I’ve used this rub on lamb and chicken as well, and its excellent. You can add 1 tsp or so of cumin if you like. It works well with these spices.
Back to the Pork chop…
Let it sit for 20 minutes or so if you’re going to grill it right away, or you can wrap it in saran wrap and chill if for up to a day in the fridge. Just make sure you let it sit at room temperature for 30 minutes before you grill it. This helps the pork chop cook more evenly.
Place your soaked wood chips in a metal dish or wood chip holder (pictured)on your grill grates. I always sprinkle a big handful on the coals as well. If you’re using a gas grill, you can place the metal dish under the grill grates by the flame. Then, on high heat, grill your pork chops on each side for 5 minutes, or until you get really nice grill marks. Turn off the burners on one side of your grill, and move the chops over to that side. You want to cook the chops over indirect heat, so that they cook evenly and don’t dry out. Grill for another 15-20 minutes depending on the interior temperature of your grill. Keep the lid closed.
*If you’re using your stovetop, heat a skillet (cast iron prefered) on high for a few minutes. Add a little olive oil and sear on both sides for 2 minutes. Sear the fatty edges as well until they start to crisp up. In a preheated 350 degree oven, roast the chops for another 25 minutes or so. This is for a 2-inch pork chop, if your pork chop is thinner, adjust the cooking time.
Remove the chops from the grill, or oven, when the temperature in the thickest part reads 145 degrees, or if you poke it with a knife, when the thickest part is still a bit pink. Let them rest on a plate or cutting board, covered loosely with foil for 5-10 minutes. This helps the meat reabsorb the juices, so when you cut into it the juices don’t all run out.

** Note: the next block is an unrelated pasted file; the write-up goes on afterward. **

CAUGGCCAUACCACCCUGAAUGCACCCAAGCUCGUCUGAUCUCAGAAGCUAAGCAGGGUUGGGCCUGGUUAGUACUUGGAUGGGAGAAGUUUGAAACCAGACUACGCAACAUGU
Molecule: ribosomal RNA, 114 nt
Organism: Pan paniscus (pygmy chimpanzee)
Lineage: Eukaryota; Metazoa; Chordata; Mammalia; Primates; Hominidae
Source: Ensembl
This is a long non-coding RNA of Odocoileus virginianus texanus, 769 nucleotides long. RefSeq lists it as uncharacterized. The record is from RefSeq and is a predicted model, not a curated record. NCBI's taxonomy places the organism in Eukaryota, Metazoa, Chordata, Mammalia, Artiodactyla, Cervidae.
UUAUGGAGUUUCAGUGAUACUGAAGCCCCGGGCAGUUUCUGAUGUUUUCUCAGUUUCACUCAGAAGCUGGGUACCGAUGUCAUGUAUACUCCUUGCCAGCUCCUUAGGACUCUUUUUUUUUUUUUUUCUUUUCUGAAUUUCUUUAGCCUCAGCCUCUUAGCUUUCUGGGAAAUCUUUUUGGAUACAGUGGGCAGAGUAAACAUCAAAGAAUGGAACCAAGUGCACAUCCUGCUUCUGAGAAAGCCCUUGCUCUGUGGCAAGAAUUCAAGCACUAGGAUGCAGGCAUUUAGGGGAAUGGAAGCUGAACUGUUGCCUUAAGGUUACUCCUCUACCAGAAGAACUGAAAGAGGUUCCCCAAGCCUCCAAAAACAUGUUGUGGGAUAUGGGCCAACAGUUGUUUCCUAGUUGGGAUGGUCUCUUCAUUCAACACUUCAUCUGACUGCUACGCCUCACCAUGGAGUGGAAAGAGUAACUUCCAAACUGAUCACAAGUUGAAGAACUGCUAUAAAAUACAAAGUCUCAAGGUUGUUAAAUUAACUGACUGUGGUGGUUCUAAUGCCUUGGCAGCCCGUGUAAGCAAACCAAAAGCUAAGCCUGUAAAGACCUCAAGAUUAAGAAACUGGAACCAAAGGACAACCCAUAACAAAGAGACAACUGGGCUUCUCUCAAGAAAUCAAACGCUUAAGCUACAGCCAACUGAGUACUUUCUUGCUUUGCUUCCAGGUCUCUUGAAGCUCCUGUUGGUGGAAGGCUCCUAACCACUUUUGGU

For the Romesco
Fry 2 slices of country white bread in 1/4 c olive oil. Once browned, remove crusts and break into chunks. I was out of bread, so I had some hamburger buns in the freezer and just used those… improvisation is 50% of what happens in my kitchen.
add the crushed garlic and fresh thyme to the hot pan. Add a little more oil if needed. Saute for 1 minute.
Soak the chilies in 2 cups of near boiling water for 10 minutes until soft. Remove and cut off stems, remove seeds and pat dry.
Meanwhile, toast almonds and hazelnuts on a baking sheet in the oven at 350 degrees, for 4-6 minutes or until fragrant. Place the hazelnuts in a kitchen towel, and roll them around to rub off the bitter hazelnut skins.
Cut up 1 whole ripe tomato, you only need about 1/2 a cup.
Crush with your hands to break them up and help release some of their juices.
Add the chilies and the canned tomatoes to the sauteed garlic and thyme. Cook on medium until most of the juices have evaporated, 4-5 minutes. Add a little salt to season.
In the food processor, add the nuts and bread chunks, and pulse until finely chopped.
Add tomato-chili mixture and pulse several times, then blend on high until mixture is smooth.
Add 1 cup of olive oil in a slow stream. Don’t worry if the mixture separates from the oil, its kinda like a pesto.
Transfer to a bowl, and add chopped parsely, cayenne pepper, smoked paprika (I could write a whole post on smoked paprika,
don’t substitute with regular paprika, its totally different) and a few drops of lemon to season as desired. Smother the pork chops with the sauce. Enjoy!
4 2-inch thick bone-in Pork Chops ~ if you can get Pork porterhouse chops even better.
Brine: (from Suzanne Goin)
1 tablespoon crushed Juniper berries
3 bay leaves, crumbled
1 tsp red chili flakes
1 onion, sliced
2 cloves garlic
6 tablespoons sugar
3 tablespoons Kosher salt
5 cups water
5 Spice Rub with Garlic and Thyme
1 Tbsp + 1/2 tsp smoke paprika
1 Tbsp + 1/2 tsp ground coriander
2 tsp ground cinnamon
1 tsp ground cardamom
2 tsp ground black pepper
9 cloves garlic, smashed to a paste
2 Tbsp chopped fresh thyme leaves, or 2 tsp dried
Romesco Sauce (from Suzanne Goin)
1/2 ounce raw almonds (about 12 nuts)
1 ounce hazelnuts (about 32 nuts)
1/4 cup extra virgin olive oil, plus 1 cup
3 cloves garlic, peeled
1 1/2 ounces (about 1 thick slice or so) thick slice chewy white peasant style bread, crusts cut off
5 ancho or pasilla chiles, stems and seeds removed
1/2 cup canned peeled whole tomatoes, crushed in a large bowl with your hands
1/2 teaspoon Kosher salt
1 teaspoon smoked paprika
1/4 teaspoon cayenne pepper
1 tablespoon fresh flat-leaf parsley, finely chopped
juice of half a lemon